Beyond that strong focus on planet earth, Louisiana also has set its sights solidly on returning humans to the moon. The National Aeronautics and Space Administration is preparing to launch a test flight in the Artemis program this year, and the core stage of that Space Launch System rocket was produced at NASA’s Michoud Assembly Facility in New Orleans.

Needless to say, this is not your everyday manufacturing — it’s rocket science, in fact. The state’s LED FastStart program is helping with workforce development needs, according to FastStart’s executive director, Paul Helton. “NASA’s Artemis mission is a great example of the level of sophistication, customization, and long-term support that LED FastStart provides to our partner companies,” he says.

FastStart was engaged to meet short-term training and recruitment needs along with building a long-term workforce pipeline for Boeing’s Space Launch System project. “We led a team that included the Louisiana Community and Technical College System and Nunez Community College to benchmark other educational programs supporting NASA operations across the country,” Helton says.

Nunez Community College is equipped to provide a trained workforce for Boeing and all of the other partners at Michoud. Pierson says it’s a source of pride to have such a key component of the space program taking flight from Louisiana. “We’d like to think on the side of that rocket would be a logo that says ‘Cajun-certified.’”

Louisianna Global
The Water Institute of the Gulf is the research anchor of the Water Campus, an expansive public-private economic development partnership on the Baton Rouge riverfront. Courtesy TWIG
Healthcare and Life Sciences R&D
Back on earth, Louisiana is tapping into its strong resources in healthcare and life sciences R&D. As with activities related to climate change, it’s part a focus on future opportunities and part a response to current challenges — COVID-19, for example.

Louisiana State University’s Health and Sciences Center in New Orleans was early to the work of studying COVID deaths as the pandemic first began. In early April 2020, researchers there discovered that blood vessels in patients’ lungs were filled with clots. The discovery was so alarming and foundational that the Louisiana researchers pushed out a preprint version of their study, which had an immediate and positive impact on the treatments used by doctors across the country.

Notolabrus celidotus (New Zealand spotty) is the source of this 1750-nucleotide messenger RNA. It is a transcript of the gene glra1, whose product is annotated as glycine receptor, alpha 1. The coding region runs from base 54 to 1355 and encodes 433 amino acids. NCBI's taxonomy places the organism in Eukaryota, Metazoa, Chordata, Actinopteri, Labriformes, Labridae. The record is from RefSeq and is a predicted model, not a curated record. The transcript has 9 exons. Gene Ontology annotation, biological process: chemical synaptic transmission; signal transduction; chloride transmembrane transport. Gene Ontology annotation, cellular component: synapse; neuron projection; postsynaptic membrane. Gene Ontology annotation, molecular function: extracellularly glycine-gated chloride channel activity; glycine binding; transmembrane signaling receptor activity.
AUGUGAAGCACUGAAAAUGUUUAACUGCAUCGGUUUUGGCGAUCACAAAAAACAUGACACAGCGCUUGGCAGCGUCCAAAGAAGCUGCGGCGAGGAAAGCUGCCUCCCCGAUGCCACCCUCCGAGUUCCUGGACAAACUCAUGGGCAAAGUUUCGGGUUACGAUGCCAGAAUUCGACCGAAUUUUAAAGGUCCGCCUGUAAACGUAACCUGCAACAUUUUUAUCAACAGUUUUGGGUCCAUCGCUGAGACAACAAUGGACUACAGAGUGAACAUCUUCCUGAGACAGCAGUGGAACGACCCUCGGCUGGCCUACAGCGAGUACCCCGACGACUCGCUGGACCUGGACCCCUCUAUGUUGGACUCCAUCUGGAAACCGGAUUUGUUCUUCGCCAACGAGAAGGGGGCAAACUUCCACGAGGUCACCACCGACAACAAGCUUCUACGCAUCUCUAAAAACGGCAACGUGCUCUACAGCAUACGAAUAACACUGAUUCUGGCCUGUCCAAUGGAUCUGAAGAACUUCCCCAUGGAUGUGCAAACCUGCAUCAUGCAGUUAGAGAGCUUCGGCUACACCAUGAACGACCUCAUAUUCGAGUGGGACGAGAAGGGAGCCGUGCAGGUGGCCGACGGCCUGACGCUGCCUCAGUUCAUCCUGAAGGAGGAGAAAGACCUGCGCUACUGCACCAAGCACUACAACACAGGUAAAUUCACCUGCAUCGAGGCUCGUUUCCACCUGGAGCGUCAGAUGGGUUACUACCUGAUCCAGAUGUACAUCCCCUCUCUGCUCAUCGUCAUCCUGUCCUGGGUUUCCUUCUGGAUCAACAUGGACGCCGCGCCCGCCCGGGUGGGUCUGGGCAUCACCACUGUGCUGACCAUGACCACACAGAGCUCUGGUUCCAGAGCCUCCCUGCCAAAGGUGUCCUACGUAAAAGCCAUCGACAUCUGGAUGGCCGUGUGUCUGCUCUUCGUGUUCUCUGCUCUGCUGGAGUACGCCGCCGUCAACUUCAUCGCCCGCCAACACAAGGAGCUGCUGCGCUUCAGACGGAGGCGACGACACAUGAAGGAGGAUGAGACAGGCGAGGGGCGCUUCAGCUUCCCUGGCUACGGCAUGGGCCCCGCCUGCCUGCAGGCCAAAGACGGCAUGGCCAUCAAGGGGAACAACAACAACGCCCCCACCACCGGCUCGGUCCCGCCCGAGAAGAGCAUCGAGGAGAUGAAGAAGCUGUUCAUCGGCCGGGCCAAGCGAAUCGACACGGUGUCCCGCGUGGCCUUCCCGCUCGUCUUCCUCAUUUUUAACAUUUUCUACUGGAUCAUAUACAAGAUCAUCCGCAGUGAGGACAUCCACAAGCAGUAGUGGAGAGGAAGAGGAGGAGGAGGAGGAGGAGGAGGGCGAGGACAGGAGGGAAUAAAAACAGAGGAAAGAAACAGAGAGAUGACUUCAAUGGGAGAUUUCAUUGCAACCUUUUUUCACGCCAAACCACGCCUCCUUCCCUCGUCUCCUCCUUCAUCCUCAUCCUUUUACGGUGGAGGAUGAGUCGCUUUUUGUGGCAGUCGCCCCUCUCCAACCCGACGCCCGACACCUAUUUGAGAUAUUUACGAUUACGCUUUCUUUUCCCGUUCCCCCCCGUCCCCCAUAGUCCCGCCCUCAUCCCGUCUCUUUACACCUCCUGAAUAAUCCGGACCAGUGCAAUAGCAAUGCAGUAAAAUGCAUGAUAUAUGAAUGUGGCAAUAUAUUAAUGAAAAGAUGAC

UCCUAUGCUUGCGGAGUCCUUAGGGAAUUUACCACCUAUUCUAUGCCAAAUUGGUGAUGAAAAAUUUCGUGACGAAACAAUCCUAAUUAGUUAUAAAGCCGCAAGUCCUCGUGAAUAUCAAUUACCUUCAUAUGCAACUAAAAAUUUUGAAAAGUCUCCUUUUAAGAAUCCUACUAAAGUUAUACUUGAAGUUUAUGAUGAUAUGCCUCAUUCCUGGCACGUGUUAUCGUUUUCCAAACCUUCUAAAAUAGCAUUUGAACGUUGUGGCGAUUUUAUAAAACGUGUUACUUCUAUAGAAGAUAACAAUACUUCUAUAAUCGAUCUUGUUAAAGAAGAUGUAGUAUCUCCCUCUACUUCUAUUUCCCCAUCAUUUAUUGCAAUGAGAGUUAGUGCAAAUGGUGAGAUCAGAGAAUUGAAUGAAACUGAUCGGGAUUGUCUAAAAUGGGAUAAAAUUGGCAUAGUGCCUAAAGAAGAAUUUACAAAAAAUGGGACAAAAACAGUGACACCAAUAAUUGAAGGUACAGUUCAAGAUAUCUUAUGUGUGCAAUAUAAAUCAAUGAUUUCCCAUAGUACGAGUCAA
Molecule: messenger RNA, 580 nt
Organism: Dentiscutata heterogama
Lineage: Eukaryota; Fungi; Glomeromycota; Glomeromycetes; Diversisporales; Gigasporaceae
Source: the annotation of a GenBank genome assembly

In Baton Rouge, the community has seen half a billion dollars in health infrastructure investment in the past five years, according to Steven Ceulemans, executive director of the Baton Rouge Health District. The district is pushing innovation forward on a number of fronts.

State leaders stepped up their focus on coastal restoration, protection, and resilience. “We received U.S. Economic Development Administration funding for a regional innovation cluster program called the Louisiana HealthTech Catalyst,” Ceulemans says. It will help create synergies between major health-related anchors.

He adds that the foundation is part of the Gulf Coast Health Sciences Corridor, which was another of the 60 national finalists in the Build Back Better Regional Challenge. “The two key Baton Rouge projects for our cluster include a new Innovation Center at Pennington Biomedical Research Center and a district gateway enhancement initiative to promote continuity and cohesion between our major health campuses.”

The Gulf Coast Health Sciences Corridor proposal was pulled together by the New Orleans BioInnovation Center. It aims to make strategic investments in health science industries along with workforce development targeted at women, rural residents, and people of color.

Meanwhile, LSU’s Pennington Biomedical Research Center is emerging as a leader in treatment of obesity. It is home to the nation’s first integrated, interdisciplinary metabolic treatment center. The Bariatric & Metabolic Institute, recently renamed the Metamor Institute, aims to transform the understanding and treatment of obesity. According to Pennington’s executive director, John Kirwan, “Metamor is our obesity ‘moonshot.’”

Amid all of this activity, Pierson says the state maintains its focus on its traditional sectors, even as they evolve. Agriculture is an ongoing source of pride, along with advanced manufacturing. And then there’s forestry, an age-old sector that is gaining efficiencies from computerized sawmills and processes that retain byproducts for such things as renewable-energy wood pellets — some of which are shipped overseas to produce electricity. Says Pierson, “We haven’t taken our eyes off the ball.”

Exclusive Research